Tomorrow's Economy

Redefining the contours of European markets

3 March 2016

Rather than merely splitting Europe into euro and non-euro blocs, the UK-EU deal paves the way for a more differentiated Europe in the fields of financial markets, the single market and labour markets

Amandine Crespy

The settlement negotiated at last month’s European council has led actors and commentators alike to converge towards one conclusion: whether Britain leaves or remains in the EU, its ‘special status’ paves the way for a clearer distinction between two different areas within the European Union. Out of the limbo of a differentiated and fragmented Europe, ‘multi—speed’ or ‘à la carte’, a clearer picture should emerge in the medium run. This will institutionalise two distinct visions of the EU: a vast (mainly intergovernmental) economic space, on the one hand, and a political union (with more federal features) at its core, on the other.

This perspective now seems to enjoy the support of the main players, as a more integrated and better functioning eurozone shall be desirable for stability of the EU as a whole, and the UK as its financial capital. This is important because this had been a taboo ever since the impetus for giving the EU a constitution in 2000-05 ended in a fiasco.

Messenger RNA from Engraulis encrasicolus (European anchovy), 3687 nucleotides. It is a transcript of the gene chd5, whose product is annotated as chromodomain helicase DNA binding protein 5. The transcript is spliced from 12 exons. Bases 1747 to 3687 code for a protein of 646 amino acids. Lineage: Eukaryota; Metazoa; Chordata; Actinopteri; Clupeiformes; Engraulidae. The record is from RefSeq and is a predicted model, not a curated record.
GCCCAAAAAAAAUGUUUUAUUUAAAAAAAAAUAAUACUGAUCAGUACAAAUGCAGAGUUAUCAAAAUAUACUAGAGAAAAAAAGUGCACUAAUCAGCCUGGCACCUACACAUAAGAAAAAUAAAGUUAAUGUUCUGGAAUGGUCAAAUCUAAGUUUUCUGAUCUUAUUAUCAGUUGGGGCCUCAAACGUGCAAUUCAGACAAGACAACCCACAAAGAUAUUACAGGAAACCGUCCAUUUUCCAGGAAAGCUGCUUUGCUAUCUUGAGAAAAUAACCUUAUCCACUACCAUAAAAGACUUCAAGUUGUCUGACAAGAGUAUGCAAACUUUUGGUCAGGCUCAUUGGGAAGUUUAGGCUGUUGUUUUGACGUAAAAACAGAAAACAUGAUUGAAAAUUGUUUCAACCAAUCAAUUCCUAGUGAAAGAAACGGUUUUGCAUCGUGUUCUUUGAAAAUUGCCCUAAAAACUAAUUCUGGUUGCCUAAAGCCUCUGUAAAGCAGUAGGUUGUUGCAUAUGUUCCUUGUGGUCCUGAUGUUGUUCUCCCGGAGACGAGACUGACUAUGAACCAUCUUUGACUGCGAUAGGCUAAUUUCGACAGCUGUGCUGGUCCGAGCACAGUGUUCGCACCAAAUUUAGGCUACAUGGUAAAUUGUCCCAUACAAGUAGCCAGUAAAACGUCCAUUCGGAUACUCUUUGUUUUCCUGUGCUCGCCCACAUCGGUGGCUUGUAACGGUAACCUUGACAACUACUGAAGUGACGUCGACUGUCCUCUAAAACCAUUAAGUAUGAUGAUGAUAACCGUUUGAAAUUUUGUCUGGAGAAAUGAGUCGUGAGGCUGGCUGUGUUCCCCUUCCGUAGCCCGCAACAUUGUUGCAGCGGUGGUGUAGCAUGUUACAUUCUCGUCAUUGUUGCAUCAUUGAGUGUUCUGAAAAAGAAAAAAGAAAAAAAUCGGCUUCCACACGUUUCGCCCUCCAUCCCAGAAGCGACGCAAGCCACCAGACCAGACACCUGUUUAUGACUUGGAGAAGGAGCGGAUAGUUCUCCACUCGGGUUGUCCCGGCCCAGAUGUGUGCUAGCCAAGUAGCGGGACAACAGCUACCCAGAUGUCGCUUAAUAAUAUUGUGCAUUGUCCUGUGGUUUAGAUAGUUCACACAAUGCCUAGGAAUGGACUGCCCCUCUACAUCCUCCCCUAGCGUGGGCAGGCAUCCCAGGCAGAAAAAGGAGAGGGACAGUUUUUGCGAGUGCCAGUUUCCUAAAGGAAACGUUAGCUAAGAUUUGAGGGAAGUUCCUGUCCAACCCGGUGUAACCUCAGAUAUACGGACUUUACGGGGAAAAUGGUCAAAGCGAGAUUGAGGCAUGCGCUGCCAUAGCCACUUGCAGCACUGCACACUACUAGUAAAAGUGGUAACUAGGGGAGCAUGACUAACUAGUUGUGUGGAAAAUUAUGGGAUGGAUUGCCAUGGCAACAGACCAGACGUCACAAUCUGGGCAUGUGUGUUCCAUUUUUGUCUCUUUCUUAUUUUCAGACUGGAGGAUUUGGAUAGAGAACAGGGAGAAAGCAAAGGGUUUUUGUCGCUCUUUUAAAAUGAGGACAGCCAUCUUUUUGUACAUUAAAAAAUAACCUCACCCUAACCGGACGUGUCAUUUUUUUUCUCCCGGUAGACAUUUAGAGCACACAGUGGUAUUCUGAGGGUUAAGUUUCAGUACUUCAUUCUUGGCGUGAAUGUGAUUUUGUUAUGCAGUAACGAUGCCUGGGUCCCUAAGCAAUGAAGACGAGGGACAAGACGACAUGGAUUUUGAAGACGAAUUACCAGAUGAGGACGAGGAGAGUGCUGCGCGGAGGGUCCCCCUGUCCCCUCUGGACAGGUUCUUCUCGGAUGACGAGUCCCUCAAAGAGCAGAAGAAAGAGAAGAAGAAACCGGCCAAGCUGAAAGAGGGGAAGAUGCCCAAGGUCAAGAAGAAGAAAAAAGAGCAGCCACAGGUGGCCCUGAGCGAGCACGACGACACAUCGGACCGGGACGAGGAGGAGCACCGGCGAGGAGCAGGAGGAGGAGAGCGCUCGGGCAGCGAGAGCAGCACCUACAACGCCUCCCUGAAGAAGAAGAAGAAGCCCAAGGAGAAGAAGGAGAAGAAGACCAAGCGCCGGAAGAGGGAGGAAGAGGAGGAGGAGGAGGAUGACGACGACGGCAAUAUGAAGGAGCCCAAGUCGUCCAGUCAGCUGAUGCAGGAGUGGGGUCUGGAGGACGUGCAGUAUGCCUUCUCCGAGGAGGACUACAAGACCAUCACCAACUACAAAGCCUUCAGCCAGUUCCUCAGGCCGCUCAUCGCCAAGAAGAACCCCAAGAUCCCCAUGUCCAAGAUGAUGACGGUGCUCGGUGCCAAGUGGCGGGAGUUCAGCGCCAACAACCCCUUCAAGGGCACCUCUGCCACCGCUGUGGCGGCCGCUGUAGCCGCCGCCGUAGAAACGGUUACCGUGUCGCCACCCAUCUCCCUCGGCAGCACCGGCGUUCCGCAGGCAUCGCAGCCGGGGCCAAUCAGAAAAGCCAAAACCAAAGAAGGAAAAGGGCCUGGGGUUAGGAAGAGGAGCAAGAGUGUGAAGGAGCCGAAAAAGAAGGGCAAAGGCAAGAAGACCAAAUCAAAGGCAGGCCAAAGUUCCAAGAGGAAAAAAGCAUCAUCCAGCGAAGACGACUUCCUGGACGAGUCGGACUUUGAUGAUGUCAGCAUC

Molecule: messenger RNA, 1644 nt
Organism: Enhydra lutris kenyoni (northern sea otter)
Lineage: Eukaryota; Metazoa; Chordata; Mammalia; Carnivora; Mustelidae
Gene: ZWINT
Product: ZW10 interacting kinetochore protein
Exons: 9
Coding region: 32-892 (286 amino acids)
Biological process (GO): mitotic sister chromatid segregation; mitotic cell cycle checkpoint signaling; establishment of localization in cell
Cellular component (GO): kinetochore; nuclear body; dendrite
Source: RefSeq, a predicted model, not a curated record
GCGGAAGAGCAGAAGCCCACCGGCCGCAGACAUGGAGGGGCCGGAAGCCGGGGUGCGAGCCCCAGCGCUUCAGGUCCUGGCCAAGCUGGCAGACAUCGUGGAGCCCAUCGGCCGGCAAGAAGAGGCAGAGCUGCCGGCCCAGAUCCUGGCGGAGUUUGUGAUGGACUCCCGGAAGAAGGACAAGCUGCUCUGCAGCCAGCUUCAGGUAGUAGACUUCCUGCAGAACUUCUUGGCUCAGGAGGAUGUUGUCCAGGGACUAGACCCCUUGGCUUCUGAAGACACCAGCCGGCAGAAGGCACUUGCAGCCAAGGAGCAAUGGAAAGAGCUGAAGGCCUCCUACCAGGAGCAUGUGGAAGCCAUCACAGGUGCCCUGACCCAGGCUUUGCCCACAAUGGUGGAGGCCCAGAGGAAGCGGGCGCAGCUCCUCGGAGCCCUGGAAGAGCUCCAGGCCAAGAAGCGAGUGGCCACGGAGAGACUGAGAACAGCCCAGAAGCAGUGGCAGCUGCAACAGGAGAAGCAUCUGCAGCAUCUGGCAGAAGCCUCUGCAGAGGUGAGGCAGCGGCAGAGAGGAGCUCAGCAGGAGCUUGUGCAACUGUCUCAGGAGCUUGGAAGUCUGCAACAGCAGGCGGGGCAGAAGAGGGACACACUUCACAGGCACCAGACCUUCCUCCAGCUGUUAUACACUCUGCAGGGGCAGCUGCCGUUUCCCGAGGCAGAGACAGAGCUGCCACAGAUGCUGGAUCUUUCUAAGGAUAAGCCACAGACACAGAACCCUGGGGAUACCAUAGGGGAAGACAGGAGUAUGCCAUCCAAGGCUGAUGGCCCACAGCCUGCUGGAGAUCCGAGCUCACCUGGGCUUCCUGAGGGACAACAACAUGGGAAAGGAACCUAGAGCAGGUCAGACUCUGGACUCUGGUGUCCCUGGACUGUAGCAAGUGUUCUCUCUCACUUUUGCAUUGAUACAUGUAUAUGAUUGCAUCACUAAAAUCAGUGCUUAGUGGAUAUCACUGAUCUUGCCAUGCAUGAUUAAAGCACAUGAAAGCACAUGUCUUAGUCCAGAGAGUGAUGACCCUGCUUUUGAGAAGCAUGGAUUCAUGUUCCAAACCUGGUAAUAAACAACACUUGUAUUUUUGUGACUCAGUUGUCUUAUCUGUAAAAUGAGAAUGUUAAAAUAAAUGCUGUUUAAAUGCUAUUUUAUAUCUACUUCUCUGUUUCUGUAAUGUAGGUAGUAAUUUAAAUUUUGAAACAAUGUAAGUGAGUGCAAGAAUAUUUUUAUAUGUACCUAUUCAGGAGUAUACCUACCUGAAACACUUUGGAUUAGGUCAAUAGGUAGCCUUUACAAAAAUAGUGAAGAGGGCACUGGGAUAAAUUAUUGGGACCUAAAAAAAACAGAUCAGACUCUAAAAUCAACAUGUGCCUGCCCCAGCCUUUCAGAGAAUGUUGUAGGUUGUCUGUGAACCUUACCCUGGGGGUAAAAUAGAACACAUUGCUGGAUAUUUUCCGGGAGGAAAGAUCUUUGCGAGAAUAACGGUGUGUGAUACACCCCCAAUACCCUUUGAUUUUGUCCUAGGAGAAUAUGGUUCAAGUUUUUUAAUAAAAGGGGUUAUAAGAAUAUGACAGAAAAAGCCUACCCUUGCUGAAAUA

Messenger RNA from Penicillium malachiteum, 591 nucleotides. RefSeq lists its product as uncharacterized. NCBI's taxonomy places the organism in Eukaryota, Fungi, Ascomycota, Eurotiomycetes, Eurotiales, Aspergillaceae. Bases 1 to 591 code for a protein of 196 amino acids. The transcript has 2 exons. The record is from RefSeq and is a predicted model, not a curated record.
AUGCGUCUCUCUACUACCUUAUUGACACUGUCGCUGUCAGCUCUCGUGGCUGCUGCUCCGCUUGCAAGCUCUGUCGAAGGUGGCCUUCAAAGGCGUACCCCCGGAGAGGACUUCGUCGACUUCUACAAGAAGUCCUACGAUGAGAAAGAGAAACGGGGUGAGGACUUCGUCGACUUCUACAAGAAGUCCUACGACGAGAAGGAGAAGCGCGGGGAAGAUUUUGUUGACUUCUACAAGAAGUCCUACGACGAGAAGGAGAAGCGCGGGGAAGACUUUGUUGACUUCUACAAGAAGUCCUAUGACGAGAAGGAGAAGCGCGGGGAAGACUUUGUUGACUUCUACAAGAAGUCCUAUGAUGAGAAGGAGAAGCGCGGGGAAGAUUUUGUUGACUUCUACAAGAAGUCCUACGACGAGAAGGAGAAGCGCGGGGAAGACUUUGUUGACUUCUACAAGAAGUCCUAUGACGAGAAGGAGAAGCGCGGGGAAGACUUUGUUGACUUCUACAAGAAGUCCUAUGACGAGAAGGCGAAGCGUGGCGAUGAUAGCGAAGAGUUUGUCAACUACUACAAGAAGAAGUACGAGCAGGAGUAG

When taking a closer look at the deal agreed upon last week, it appears that the emerging distinction between both Europes will arguably occur through the (re)modelling of the contours of Europe’s markets. While such a redefinition is still embryonic, it is telling that three out of the four main negotiation items relate directly to markets, namely financial markets, the single market, and labour markets.